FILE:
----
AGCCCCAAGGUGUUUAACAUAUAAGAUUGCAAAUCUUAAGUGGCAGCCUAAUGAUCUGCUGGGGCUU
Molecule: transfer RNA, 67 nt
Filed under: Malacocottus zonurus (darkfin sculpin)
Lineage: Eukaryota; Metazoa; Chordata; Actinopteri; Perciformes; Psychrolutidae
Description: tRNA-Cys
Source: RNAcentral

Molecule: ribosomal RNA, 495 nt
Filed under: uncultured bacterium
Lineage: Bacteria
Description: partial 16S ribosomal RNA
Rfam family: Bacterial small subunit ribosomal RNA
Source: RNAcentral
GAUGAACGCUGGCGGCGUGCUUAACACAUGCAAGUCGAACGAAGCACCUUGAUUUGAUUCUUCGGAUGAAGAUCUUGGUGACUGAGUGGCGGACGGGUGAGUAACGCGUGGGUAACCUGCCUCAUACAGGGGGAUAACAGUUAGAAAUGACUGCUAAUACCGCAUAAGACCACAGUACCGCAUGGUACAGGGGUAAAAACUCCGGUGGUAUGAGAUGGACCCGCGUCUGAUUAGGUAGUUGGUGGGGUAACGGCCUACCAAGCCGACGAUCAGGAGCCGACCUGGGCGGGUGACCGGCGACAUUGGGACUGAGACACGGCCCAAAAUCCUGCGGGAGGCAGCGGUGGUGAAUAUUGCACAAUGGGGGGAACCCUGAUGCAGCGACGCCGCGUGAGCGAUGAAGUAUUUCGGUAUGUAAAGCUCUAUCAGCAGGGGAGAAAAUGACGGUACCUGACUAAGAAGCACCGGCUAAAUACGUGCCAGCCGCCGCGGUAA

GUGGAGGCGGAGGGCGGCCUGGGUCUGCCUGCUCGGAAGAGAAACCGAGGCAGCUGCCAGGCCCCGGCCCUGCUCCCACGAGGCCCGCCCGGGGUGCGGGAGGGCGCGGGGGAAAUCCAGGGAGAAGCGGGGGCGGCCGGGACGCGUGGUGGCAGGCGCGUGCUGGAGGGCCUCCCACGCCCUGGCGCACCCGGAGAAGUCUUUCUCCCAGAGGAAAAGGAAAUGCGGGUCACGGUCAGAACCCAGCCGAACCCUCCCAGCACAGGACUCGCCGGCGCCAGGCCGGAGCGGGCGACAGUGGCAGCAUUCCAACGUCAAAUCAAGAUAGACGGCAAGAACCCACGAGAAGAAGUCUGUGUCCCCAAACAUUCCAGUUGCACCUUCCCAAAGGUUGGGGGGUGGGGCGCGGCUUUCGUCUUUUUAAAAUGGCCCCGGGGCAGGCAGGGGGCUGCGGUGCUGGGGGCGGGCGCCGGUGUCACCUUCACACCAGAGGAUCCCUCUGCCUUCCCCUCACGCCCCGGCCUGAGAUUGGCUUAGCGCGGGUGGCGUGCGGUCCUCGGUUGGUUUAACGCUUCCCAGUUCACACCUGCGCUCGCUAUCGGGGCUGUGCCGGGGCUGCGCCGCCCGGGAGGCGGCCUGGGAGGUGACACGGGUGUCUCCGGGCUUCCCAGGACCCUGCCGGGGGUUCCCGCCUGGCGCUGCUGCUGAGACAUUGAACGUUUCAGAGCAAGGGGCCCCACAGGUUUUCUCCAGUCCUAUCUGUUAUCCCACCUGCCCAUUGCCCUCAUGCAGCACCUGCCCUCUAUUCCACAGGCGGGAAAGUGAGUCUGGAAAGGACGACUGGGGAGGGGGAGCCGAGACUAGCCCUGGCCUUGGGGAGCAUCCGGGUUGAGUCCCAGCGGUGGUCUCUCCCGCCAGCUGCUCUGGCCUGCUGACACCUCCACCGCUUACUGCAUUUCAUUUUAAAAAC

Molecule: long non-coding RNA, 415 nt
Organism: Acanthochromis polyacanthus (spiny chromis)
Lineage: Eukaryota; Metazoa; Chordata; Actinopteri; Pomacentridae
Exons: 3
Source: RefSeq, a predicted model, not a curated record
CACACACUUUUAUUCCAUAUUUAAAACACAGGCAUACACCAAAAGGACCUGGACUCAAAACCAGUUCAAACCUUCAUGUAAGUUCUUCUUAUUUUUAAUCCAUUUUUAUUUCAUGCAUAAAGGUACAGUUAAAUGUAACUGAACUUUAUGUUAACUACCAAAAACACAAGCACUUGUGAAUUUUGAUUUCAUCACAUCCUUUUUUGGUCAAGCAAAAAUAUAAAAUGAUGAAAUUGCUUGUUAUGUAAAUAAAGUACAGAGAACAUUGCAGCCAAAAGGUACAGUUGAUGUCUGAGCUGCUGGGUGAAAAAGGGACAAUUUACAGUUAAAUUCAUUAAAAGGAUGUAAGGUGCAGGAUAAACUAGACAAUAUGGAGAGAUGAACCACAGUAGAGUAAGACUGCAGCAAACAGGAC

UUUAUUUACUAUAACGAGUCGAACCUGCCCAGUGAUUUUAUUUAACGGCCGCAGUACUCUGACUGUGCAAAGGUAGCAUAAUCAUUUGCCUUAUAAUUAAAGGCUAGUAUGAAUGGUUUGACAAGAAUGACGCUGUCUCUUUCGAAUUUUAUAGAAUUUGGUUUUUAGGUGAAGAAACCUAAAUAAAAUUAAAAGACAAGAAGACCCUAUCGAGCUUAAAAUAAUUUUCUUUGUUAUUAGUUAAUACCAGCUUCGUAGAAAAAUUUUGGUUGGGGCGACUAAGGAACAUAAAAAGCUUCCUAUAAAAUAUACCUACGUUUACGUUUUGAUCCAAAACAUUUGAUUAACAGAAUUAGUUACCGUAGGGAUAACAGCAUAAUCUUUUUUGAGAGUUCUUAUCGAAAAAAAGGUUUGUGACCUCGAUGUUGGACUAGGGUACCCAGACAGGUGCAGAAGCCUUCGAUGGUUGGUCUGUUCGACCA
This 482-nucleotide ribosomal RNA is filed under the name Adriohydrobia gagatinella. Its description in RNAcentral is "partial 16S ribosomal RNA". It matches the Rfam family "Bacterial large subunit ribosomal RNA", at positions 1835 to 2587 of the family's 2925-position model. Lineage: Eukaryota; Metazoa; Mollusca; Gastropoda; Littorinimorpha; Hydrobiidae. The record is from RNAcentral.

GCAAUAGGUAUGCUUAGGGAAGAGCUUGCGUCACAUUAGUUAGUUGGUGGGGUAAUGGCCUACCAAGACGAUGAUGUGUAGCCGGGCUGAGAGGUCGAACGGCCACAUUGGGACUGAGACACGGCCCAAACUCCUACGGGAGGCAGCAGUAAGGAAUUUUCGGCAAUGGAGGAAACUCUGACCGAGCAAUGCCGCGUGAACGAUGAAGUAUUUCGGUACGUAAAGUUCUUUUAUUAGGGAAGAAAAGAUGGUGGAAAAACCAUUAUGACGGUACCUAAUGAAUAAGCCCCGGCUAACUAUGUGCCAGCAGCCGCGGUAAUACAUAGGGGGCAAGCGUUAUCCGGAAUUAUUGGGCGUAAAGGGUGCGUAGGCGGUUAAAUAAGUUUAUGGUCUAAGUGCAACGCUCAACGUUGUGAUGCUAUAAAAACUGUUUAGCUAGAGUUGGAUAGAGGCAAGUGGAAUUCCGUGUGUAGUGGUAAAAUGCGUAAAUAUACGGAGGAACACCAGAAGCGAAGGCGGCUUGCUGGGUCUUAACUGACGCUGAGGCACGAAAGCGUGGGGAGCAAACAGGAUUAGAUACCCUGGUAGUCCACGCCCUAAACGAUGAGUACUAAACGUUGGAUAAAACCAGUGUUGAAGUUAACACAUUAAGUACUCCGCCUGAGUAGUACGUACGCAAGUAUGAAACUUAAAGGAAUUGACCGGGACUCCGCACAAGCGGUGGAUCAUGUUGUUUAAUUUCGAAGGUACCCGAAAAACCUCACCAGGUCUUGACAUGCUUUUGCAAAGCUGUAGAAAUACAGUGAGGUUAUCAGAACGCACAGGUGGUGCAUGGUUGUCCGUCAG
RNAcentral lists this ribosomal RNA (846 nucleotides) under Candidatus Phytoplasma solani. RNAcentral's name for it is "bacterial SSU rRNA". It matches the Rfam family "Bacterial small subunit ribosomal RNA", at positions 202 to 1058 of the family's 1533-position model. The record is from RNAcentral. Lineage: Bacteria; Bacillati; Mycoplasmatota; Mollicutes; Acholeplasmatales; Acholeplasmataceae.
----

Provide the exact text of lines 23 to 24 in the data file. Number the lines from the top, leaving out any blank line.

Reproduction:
GCAAUAGGUAUGCUUAGGGAAGAGCUUGCGUCACAUUAGUUAGUUGGUGGGGUAAUGGCCUACCAAGACGAUGAUGUGUAGCCGGGCUGAGAGGUCGAACGGCCACAUUGGGACUGAGACACGGCCCAAACUCCUACGGGAGGCAGCAGUAAGGAAUUUUCGGCAAUGGAGGAAACUCUGACCGAGCAAUGCCGCGUGAACGAUGAAGUAUUUCGGUACGUAAAGUUCUUUUAUUAGGGAAGAAAAGAUGGUGGAAAAACCAUUAUGACGGUACCUAAUGAAUAAGCCCCGGCUAACUAUGUGCCAGCAGCCGCGGUAAUACAUAGGGGGCAAGCGUUAUCCGGAAUUAUUGGGCGUAAAGGGUGCGUAGGCGGUUAAAUAAGUUUAUGGUCUAAGUGCAACGCUCAACGUUGUGAUGCUAUAAAAACUGUUUAGCUAGAGUUGGAUAGAGGCAAGUGGAAUUCCGUGUGUAGUGGUAAAAUGCGUAAAUAUACGGAGGAACACCAGAAGCGAAGGCGGCUUGCUGGGUCUUAACUGACGCUGAGGCACGAAAGCGUGGGGAGCAAACAGGAUUAGAUACCCUGGUAGUCCACGCCCUAAACGAUGAGUACUAAACGUUGGAUAAAACCAGUGUUGAAGUUAACACAUUAAGUACUCCGCCUGAGUAGUACGUACGCAAGUAUGAAACUUAAAGGAAUUGACCGGGACUCCGCACAAGCGGUGGAUCAUGUUGUUUAAUUUCGAAGGUACCCGAAAAACCUCACCAGGUCUUGACAUGCUUUUGCAAAGCUGUAGAAAUACAGUGAGGUUAUCAGAACGCACAGGUGGUGCAUGGUUGUCCGUCAG
RNAcentral lists this ribosomal RNA (846 nucleotides) under Candidatus Phytoplasma solani. RNAcentral's name for it is "bacterial SSU rRNA". It matches the Rfam family "Bacterial small subunit ribosomal RNA", at positions 202 to 1058 of the family's 1533-position model. The record is from RNAcentral. Lineage: Bacteria; Bacillati; Mycoplasmatota; Mollicutes; Acholeplasmatales; Acholeplasmataceae.